My perfect lemon meringue pie. Finally!!!
I always wanted to put a pie in an open window overlooking a beautiful meadow so the aroma of it would waif across the open fields to someone who had a sweet tooth and ready for dessert. Oh, well, it is a window even though it doesn’t open and no beautiful meadow to look at, but it is a delicious pie which is going to get eaten.
I’ve said before how my husband loves Lemon Meringue Pie and that the first month we were married I made seven trying to perfect the kind of pie he was yearning for. Last year for his birthday I made this Lemon Meringue Tart and this year for his birthday I decided to give the Lemon Meringue Pie another chance (or me another chance anyway to try and get it right).
I don’t know why I spend so much time thinking and wondering why something is done a certain way or how it was first done. So while making this pie, three times in three weeks, I’ve been pondering how the pilgrim wife must have made her first pie; how maybe she ground her own flour, of course used lard and then figured out she could use this pie crust for any delicious meal from savory to sweet. How she might have gathered her own berries or picked her own peaches or even killed her own chicken to put in a pie.
Then after searching the internet (which I do more than I should) I came across some answers to my questions. The Pilgrim woman (or man) was nudged out of the “first pie” being made in her iron skillet or aluminum pie pan by a few thousand years. The first pies date back to 9500 BC. Wow, can you believe that. Over the last several thousands of years there have been so many different kinds of pies baked over open fires and in so many different kinds of ovens…. from meat pies like steak and kidney, pot pies, fruit pies, fish pie, quiches, pizza pie, Scotch pie, berry and fruit pies. Early pies were called galettes (I made my first galette a couple of years ago), which is a real rustic pie which is my favorite. No fancy crimps, scallops, pinches, slashed edges, just a folded over edge to hold in the filling. I guess you could even call a Pop Tart a pie of sort — crust and a filling.
Sometimes I wish for a simpler time; more like the pioneer ladies, but, not for more than 10 seconds. I would miss my iPhone, my computer, all my kitchen appliances, my car, going to the movies, my ability to go to a gourmet grocery store and get ingredients that those ladies had to do without. So, I’m back in the real world with my lemon meringue pie and the fact that this pie was going to Elgin, Texas the day I made it, before it had to be refrigerated and may or may not get those weepy drops on my mile high meringue. Hope they liked it.
Almost perfect crimped pie crust ready for oven.
Lemon Meringue Pie
(adapted from Alton Brown’s recipe, my meringue and crust recipes)
4 egg yolks, reserve whites for meringue, plus extra white for meringue
1 1/2 c. water
1/3 c. cornstarch
1 1/3 c. sugar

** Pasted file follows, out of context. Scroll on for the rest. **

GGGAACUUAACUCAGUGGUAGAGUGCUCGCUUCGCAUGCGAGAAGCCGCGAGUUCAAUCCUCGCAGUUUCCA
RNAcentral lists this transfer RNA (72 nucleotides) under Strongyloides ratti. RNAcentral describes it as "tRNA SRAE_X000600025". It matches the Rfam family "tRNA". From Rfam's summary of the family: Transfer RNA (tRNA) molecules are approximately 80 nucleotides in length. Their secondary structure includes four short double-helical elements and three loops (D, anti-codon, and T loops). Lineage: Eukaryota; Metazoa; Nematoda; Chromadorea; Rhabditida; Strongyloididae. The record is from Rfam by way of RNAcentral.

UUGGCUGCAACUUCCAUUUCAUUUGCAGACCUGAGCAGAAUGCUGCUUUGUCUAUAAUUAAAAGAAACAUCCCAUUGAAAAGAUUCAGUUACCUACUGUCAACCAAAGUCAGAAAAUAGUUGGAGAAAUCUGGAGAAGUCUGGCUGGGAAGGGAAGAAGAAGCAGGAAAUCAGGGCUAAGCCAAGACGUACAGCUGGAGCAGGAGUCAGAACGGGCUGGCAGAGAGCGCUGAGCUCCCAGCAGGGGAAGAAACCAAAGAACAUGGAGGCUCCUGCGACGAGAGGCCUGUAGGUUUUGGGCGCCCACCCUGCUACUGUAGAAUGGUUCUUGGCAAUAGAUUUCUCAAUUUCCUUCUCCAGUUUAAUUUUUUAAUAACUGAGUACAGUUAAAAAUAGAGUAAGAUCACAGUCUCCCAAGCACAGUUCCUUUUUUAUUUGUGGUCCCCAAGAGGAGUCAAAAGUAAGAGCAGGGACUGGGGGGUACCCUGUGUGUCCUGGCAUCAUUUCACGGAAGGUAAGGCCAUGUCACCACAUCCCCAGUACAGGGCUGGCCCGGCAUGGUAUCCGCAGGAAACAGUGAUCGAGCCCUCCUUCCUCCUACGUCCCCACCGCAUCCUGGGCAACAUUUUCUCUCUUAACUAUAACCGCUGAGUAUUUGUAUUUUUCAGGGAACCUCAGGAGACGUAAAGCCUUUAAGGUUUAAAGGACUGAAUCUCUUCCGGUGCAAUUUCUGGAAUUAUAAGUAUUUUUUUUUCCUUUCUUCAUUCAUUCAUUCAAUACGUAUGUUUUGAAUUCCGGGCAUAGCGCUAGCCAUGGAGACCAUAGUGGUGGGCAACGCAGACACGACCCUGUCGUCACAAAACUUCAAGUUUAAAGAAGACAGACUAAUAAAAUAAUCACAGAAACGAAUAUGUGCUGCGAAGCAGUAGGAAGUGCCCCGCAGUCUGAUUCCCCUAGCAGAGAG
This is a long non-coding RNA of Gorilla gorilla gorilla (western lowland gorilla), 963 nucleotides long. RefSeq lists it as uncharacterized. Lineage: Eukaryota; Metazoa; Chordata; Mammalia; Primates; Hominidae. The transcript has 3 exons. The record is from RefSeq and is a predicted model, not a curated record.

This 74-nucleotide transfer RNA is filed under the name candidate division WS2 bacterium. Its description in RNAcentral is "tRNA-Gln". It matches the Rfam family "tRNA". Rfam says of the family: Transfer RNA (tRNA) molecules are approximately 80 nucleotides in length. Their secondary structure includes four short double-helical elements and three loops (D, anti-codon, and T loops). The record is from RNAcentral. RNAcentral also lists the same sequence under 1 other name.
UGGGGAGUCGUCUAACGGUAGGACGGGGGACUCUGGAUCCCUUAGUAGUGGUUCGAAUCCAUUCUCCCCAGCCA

1/4 tsp salt
3 Tbsp. butter
1/2 c. lemon juice
1 Tbsp. finely grated lemon zest
1 9″ prebaked pie shell (recipe below)
1 recipe meringue, see recipe below
Adjust the oven rack to the middle position. Preheat oven to 325°.
Whisk egg yolks in medium size mixing bowl and set aside.
In a medium saucepan, combine cornstarch, water, sugar and salt. Whisk to combine. Turn the heat on medium and, stirring frequently, bring mixture to a boil for 1 minute. Remove from heat and gradually, 1 whisk-full at a time, add hot mixture to egg yolks and stir until you have added at least half of the mixture.
Return egg mixture to saucepan, turn heat down to low and cook, stirring constantly, for 1 more minute. Remove from heat and gently stir in butter, lemon juice, and zest until well combined. Pour mixture into baked pie shell and top with meringue while fillings still hot. Make sure meringue completely covers filling and that it goes right up to the edge of the crust. Bake at 325° for 20-25 minutes or until meringue is golden brown. Remove from oven and cool on a wire rack. Make sure pie is cooled completely before slicing.
5 egg whites, room temperature
1/2 tsp. cream of tartar
3/4 c. granulated sugar
Put the room temperature egg whites and cream of tartar in a grease-free metal or glass bowl (not plastic) and beat with mixer until soft peaks form. Very slowly sprinkle in the 3/4 c. sugar and continue beating until stiff peaks form. Do not over beat or you will not be able to make the meringue peak.
My favorite pie crust:
2 1/2 c. all purpose flour
3/4 c. Crisco shortening
7 Tbsp. ice water
Put the Crisco, salt and shortening in your food processor and pulse 5-6 times. With the processor running, pour in the 7 tablespoons of ice water and continue to run the processor until the dough comes together in a nice ball. This will take less than 15 seconds.
Flatten the ball and wrap in plastic wrap and refrigerate for 30-40 minutes.
To roll out, flour your counter or cutting board with a little flour, flour your rolling pin and start rolling and turning your crust as you roll until you have a nice round circle about 1/8″ thick. I usually turn the pie plate upside down over the crust to judge the size. I cut the crust 1″ bigger than the pie plate.
Fold the pie crust gently in half and lift this up and align with the center of the pie plate. Ease the crust up the sides and fold under any extra crust. Then you can do your edge.
When you put the meringue on top of the hot filling it starts cooking the meringue from the bottom up and you don’t end up with only top of the meringue browned.
Also, I baked the meringue at a lower temperature than most recipes call for. I like it nice and brown without having the burnt meringue peaks.